In any biological process, multiple interactions occurring at the molecular level make it impossible to observe live cells in real time, because light microscopes cannot focus light at scales of less than 350 nanometres.
New breakthroughs in nanophotonics, however, will shortly enable us to visualise molecular processes at an optical resolution of ten nanometres, according to researcher María García-Parajo, head of the Bionanophotonics Laboratory at IBEC.
This and other insights appear in an article entitled «Optical antennas focus in on biology», published on Tuesday, 1 April, in the online edition of the journal Nature Photonics (doi:10.1038/nphoton.2008.37).
The article looks at the potential implications of these new developments on the area of biology, a line of research in which García-Parajo’s group is currently at work. Because of their potentially wide-ranging applications, the developments may well revolutionise research in biomedicine. “Our objective”, García-Parajo explains, “is to design and implement systems enabling us to study the structure and dynamics of molecules within their natural environments at the individual level and at the nanometric scale, so that we can eventually manipulate their biological functions. A key part of our effort, therefore, is focused on the development of light microscopy. That’s what will help us to deepen our understanding of the biological processes driving most cellular functions and dynamics, processes that hold the key to the development of new strategies in the fight against cancer or to combat the AIDS virus or other infectious diseases”.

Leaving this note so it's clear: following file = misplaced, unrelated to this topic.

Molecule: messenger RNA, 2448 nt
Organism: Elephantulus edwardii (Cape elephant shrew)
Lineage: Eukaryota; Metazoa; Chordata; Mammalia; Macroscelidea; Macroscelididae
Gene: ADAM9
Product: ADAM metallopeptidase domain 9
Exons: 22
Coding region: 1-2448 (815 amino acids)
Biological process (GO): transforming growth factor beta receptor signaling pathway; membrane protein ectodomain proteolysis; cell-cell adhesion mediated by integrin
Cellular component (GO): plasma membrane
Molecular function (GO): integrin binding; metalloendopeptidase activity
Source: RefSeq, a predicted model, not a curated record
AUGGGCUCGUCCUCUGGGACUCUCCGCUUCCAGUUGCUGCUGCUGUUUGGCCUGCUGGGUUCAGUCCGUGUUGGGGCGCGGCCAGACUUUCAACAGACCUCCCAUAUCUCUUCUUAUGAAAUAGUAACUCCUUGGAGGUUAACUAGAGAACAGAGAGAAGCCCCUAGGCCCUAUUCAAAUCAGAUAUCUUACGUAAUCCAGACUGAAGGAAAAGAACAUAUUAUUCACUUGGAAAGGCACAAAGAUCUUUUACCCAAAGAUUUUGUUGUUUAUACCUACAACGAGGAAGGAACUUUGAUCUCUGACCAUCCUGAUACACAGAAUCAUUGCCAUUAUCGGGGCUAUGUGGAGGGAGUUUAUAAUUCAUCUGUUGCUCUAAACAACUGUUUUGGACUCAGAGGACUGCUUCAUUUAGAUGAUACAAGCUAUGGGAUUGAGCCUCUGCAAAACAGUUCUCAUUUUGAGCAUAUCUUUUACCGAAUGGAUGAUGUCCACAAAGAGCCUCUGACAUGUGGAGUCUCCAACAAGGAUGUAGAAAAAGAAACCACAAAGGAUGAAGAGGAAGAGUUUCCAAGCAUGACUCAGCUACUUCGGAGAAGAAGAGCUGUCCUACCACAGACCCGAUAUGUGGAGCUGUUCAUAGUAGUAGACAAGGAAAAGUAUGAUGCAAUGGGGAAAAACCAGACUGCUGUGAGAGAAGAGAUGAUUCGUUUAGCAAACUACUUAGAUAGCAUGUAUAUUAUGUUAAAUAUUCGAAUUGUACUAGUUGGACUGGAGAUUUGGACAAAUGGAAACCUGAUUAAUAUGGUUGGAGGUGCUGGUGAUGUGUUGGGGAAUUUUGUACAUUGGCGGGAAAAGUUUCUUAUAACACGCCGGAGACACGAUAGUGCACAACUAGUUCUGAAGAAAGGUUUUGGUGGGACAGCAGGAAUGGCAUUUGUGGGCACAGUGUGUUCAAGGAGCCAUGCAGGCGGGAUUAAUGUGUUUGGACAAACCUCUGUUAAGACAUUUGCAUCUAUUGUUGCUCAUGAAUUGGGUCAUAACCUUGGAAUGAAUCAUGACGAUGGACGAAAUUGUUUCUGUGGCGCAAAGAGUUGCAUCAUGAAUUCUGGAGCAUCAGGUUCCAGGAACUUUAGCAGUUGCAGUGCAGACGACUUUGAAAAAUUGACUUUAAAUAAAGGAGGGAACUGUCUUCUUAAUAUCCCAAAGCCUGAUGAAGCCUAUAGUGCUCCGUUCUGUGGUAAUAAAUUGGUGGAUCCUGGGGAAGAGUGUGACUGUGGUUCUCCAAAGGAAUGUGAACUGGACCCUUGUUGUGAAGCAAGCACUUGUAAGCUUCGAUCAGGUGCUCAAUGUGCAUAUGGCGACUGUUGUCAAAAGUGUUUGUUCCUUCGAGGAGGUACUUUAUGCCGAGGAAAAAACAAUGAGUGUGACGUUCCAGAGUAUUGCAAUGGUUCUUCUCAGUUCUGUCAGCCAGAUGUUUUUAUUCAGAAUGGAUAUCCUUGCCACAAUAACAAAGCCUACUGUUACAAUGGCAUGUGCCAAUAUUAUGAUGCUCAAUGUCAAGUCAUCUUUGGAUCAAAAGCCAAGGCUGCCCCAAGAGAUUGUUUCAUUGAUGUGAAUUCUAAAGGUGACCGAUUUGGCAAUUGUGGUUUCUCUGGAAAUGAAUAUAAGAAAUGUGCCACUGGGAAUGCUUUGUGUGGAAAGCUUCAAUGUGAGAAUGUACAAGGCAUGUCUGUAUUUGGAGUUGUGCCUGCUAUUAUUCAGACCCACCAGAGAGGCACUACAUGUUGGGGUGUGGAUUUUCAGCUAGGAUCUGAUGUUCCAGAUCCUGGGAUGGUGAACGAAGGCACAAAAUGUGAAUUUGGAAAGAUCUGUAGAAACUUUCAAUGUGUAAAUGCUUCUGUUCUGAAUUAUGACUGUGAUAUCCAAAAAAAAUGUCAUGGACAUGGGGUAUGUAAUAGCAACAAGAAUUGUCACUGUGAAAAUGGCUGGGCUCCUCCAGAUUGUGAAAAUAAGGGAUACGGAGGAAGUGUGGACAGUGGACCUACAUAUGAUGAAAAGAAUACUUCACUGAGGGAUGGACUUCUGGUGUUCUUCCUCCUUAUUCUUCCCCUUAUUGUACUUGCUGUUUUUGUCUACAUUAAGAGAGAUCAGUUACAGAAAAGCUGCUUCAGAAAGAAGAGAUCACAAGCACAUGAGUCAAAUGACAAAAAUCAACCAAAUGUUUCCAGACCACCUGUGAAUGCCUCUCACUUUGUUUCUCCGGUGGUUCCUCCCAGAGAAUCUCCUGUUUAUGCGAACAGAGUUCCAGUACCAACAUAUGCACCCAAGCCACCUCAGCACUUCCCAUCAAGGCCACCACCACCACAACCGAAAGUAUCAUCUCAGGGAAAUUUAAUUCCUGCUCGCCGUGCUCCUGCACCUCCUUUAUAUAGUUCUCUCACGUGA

Nanoantennas are a type of advanced optical tool that can focus and increase optical radiation in a tiny area using an antenna of 70 to 100 nanometres in length, which acts to resonate and amplify the field of light. The heightened intensity of the light at the end of the antenna makes cellular activity visible at a scale of ten nanometres. “The research we have done”, García-Parajo points out, “shows that the development of these systems is feasible under the laws of physics. The next step is to implement them in the field of biology”.
The research being done by theBionanophotonics Group at IBEC is focused on what is happening in the cell membrane at the molecular level. Special attention is given to studying the receptors involved in pathogen recognition and cellular binding, as well as the mechanisms that control receptor clustering.
Optical nanoantennas are among the early results coming out of the Bio-Light-Touch project, which is part of the VI Framework Programme of the European Union. Bio-Light-Touch falls under the category NEST Adventure, accorded to projects that are the most ambitious from a scientific viewpoint, but also run a higher level of risk. The project’s objective is to develop a new type of light microscope that can not only visualise intermolecular dynamics in live cells, but also characterise their biochemical functions. The project, led by María García-Parajo, is the work of a multidisciplinary team of physicists, biologists and technicians from universities, research centres and private enterprise, hailing from a variety of European countries including Spain, Austria and the Netherlands.